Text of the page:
My books can be purchased as e-books for only $1.99. If interested, just click here: Books.
Match Play is a golf/suspense novel. Dust of Autumn is a bloody one set in upstate New York. Prairie View is set in South Dakota, with a final scene atop Rattlesnake Butte. Life in the Arbor is a children's book about Rollie Rabbit and his friends (on about a fourth grade level). The Black Widow involves an elaborate extortion scheme. Doggy-Dog World is my memoir. And ES3 is a description of my method for examining English sentence structure.
In case anyone is interested in any of my past posts, an archive list can be found at the bottom of this page.
My newest novel, Happy Valley, can be found here.

Saturday, June 2

Saturday Sports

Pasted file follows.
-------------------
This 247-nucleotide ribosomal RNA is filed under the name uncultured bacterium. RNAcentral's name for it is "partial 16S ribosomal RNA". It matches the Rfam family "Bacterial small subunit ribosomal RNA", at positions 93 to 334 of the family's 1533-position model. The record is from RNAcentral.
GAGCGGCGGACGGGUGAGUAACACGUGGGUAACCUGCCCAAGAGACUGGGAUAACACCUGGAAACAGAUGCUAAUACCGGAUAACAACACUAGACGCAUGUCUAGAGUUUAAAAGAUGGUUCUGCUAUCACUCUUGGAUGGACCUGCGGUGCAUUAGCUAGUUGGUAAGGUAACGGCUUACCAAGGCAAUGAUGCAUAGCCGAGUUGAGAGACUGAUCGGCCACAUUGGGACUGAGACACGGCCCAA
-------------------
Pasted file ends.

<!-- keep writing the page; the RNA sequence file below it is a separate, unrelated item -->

Another Saturday, another day of confinement, another day of tv sports to make the confinement bearable. First, the confinement. My medical issues, especially the unhealable leg, keeps me close to home. I used to wonder how any Arizonan could avoid sun tanning. Now I know. One simply stays indoors and never sees the sun. That’s me, the pale one. Second, the tv sports. Today I can feast on French Open tennis until 11:30, then a little LPGA until the Memorial comes on a noon I don’t have anyone to root for in the French Open. I just enjoy the instinctive, balletic moves of the players, especially Roger Federer. The ladies on the LPGA are fun to watch, especially Natalie Gulbis . . . for her golf swing. Then there’s Lexi Thompson with her youthful exuberance as she gallops around the course. I’m amazed by the distance these ladies hit the ball, no longer any Nancy Lopez slow finesse shots on tour, just high-speed smashes similar to the guys on the PGA. I still can figure out why Michelle Wie continues to disappoint. She should be like Tiger in his heyday, winning nearly everything she enters. That’s what Yani Tseng is doing. I was surprised when I looked back over my blog posts at how many times I’ve talked about Tiger and his on-again, off-again affair with golf, the media, and his public image. I love watching him play golf, just like so many of the viewing public, even the Tiger haters. The tv coverage spikes every time he plays. We all keep watching to see if he’ll ever regain his confidence enough to give Jack’s eighteen majors a run. I once admired him more than any other sports figure, and then he blew it. I think he may be the greatest athlete ever, not just in golf but in anything else he may have chosen. He’d have made a great wide receiver in the NFL, a great point guard in the NBA. And today, at the Memorial, he’s contending. I can’t wait to see what he’ll do today.

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